BBC presenters have been accused of “sneering” at patriots by a government minister.
Culture secretary Oliver Dowden waded into the row over Union flags by criticising the corporation.
He told Times Radio on Sunday that the BBC has a duty to show “genuine impartiality”.
His comments follow an appearance on BBC Breakfast earlier this month in which housing secretary Robert Jenrick was mocked by presenters over the size of the flag in his office after a video interview.
Dowden said: “They do need to reflect all different parts of the United Kingdom, not just the Brightons and the Bristols and the Hackneys of this world but also the Leighs and the Dudleys and the Boreham Woods of this world.
“Sometimes comments like the ones in that interview begin to stray from banter into a sneering… against attitudes that are held by many people in this country.”
The BBC declined to comment on the culture secretary's remarks.
Following the BBC Breakfast interview with Jenrick, presenter Charlie Stayt joked about how ministers have placed flags in the background of video calls during lockdown, saying: “I think your flag is not up to standard size, government interview measurements.
“I think it’s just a little bit small, but that’s your department really. It’s just a thought.”
His co-presenter Naga Munchetty said: “There’s always a flag. They had the picture of the Queen though. In the Westminster office I am assuming.”
Last week, the BBC said the pair had been “reminded of their responsibilities” after the interview.
The broadcaster said it had received complaints from viewers who were “unhappy” about Stayt’s comments and Munchetty’s subsequent behaviour on social media.
She previously apologised for liking tweets which she said were “offensive in nature about the use of the British flag as a backdrop in a government interview”.
A statement from the BBC said: “At the end of a long, serious interview with the housing, communities and local government secretary Robert Jenrick, Charlie Stayt made an off the cuff remark about the size of the flag behind Mr Jenrick.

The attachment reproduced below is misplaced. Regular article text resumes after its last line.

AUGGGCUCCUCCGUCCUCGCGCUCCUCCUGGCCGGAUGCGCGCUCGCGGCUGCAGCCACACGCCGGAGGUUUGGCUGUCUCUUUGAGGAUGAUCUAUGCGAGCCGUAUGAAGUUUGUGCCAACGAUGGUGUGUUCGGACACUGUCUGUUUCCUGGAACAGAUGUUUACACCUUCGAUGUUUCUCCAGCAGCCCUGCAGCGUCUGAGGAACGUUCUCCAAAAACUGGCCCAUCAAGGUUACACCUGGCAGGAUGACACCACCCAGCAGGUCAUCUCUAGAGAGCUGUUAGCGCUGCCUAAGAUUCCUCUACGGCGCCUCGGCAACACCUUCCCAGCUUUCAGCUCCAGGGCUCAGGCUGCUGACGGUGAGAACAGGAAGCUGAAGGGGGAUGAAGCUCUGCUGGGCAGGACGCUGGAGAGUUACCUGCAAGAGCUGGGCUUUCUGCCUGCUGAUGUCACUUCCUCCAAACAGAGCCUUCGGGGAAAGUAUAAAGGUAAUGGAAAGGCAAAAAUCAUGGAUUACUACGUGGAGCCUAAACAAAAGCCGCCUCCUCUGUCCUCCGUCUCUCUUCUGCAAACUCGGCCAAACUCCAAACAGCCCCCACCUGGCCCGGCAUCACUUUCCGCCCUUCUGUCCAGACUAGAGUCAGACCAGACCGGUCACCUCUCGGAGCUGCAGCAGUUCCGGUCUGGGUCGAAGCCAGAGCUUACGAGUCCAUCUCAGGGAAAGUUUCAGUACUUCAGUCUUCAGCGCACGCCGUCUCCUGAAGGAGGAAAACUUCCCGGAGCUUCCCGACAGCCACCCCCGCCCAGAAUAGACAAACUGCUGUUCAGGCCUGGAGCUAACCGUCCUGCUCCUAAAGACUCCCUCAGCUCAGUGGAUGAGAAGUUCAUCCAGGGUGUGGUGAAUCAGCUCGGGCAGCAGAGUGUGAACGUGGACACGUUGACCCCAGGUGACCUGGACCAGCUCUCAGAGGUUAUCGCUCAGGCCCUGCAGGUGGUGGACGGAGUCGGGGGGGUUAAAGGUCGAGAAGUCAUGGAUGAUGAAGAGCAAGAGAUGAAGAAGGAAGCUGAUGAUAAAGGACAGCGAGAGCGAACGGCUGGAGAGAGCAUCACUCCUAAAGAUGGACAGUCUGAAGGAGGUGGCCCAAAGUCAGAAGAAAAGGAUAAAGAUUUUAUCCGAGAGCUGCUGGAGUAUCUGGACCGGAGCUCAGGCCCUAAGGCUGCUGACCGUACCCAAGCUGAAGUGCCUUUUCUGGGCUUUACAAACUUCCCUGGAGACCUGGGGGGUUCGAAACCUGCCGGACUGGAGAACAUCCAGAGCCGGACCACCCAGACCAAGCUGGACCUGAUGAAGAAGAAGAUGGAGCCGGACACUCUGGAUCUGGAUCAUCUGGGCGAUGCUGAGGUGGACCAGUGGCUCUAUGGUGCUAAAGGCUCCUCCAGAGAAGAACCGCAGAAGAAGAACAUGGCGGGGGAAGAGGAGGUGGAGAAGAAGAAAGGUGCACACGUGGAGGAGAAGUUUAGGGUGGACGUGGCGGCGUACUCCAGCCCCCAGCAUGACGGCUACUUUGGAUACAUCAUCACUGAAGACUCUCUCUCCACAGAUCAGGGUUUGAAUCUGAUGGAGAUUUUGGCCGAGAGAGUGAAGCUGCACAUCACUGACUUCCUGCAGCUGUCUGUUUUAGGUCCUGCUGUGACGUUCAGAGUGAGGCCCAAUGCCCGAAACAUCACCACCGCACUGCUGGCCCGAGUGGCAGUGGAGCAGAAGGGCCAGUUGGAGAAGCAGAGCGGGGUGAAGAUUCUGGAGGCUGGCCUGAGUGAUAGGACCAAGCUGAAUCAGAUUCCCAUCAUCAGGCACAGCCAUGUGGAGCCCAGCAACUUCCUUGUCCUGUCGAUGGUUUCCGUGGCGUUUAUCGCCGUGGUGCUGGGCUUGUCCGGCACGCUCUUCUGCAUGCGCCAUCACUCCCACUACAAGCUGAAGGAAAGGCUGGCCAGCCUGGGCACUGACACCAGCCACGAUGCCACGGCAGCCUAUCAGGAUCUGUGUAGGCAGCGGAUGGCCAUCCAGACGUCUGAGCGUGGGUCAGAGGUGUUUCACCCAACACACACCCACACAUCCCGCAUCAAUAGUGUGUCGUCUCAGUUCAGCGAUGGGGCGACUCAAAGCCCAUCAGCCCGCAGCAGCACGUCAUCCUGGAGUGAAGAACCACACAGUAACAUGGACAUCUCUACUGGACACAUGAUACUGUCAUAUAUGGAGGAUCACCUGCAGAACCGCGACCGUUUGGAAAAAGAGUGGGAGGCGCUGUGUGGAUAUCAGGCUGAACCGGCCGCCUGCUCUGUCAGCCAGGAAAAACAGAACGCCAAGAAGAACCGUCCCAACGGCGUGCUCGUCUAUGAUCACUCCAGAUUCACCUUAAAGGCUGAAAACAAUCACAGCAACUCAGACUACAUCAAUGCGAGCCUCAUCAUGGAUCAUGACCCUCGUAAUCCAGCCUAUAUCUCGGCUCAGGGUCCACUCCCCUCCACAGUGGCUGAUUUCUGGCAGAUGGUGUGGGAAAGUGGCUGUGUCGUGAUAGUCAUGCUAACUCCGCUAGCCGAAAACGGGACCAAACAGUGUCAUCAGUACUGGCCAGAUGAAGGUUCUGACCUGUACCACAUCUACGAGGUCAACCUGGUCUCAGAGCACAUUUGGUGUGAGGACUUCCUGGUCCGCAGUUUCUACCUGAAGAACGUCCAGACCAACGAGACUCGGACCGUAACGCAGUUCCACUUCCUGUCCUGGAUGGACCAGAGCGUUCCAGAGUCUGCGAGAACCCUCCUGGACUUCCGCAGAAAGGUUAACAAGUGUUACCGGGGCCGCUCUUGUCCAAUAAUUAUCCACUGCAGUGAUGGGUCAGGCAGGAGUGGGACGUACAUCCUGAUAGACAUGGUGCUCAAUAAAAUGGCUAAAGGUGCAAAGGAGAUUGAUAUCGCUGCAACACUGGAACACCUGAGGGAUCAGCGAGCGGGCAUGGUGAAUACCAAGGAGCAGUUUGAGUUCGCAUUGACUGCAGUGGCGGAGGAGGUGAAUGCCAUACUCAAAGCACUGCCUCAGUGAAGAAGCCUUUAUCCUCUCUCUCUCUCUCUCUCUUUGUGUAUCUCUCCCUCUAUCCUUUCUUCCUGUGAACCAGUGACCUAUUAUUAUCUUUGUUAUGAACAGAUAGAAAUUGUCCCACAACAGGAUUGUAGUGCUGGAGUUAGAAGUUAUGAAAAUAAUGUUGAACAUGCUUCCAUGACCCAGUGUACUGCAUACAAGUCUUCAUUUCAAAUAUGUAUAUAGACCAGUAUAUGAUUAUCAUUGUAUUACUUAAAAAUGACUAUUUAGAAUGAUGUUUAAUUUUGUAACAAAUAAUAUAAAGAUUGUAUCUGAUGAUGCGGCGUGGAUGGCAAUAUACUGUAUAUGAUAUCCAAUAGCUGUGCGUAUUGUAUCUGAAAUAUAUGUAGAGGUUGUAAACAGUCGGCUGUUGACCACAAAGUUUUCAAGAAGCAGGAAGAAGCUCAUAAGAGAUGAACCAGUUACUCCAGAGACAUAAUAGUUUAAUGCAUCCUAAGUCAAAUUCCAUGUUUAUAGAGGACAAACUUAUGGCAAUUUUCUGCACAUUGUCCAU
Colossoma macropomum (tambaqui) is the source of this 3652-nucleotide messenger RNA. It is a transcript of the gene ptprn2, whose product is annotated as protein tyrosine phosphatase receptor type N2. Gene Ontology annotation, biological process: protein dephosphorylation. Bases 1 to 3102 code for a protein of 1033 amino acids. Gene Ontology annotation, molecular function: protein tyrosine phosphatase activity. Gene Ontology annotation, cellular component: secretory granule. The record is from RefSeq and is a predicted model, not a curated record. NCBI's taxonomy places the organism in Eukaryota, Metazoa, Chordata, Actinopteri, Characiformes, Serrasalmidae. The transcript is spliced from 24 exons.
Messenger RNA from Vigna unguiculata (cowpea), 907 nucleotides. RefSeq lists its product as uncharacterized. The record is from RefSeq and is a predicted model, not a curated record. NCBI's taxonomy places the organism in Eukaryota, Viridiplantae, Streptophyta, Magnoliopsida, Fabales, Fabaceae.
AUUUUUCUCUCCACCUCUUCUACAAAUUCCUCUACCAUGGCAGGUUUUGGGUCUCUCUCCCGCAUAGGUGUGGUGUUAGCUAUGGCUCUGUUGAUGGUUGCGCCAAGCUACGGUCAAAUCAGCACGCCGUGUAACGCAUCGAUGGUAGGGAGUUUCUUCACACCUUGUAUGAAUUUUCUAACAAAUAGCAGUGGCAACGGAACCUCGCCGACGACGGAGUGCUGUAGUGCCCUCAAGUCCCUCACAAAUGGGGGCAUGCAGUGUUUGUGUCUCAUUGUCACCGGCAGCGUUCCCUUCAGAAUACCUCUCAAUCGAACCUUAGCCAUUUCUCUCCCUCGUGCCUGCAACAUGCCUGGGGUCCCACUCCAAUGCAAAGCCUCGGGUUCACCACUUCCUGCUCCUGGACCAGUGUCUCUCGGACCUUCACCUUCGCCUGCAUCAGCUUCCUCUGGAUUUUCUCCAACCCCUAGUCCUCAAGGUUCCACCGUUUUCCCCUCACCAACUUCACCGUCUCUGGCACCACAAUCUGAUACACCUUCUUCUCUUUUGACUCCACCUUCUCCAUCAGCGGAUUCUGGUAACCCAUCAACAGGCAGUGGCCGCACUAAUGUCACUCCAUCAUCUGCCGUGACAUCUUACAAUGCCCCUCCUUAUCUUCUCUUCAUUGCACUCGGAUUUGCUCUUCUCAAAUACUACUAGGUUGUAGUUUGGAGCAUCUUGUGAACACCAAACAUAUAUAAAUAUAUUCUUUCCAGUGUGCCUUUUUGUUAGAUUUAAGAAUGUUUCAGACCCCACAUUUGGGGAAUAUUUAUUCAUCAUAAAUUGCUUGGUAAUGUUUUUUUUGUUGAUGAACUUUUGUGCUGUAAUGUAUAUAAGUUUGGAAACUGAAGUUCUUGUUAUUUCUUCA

“It was meant as a light-hearted, off the cuff comment and no offence or disrespect was intended.
“Naga and Charlie have been spoken to and reminded of their responsibilities, including the BBC’s impartiality and social media guidelines.”
The BBC’s new director-general Tim Davie warned staff over their use of social media in September last year.
Watch: BBC could suspend presenters' Twitter accounts
The corporation later published new impartiality guidelines that warned employees not to bring the corporation “into disrepute” with their behaviour online.
Last Wednesday, Dowden announced that the Union flag is to be flown on government buildings every day across England, Scotland and Wales.
He said: “The Union flag unites us as a nation and people rightly expect it to be flown above UK government buildings.
“This guidance will ensure that happens every day, unless another flag is being flown, as a proud reminder of our history and the ties that bind us.”
Jenrick said: “Our nation’s flag is a symbol of liberty, unity and freedom that creates a shared sense of civic pride.
“People rightly expect to see the Union flag flying high on civic and government buildings up and down the country, as a sign of our local and national identity.
“That’s why I am calling on all local councils to fly the Union flag on their buildings – and today’s guidance will enable them to do that.”
Watch: How England will leave lockdown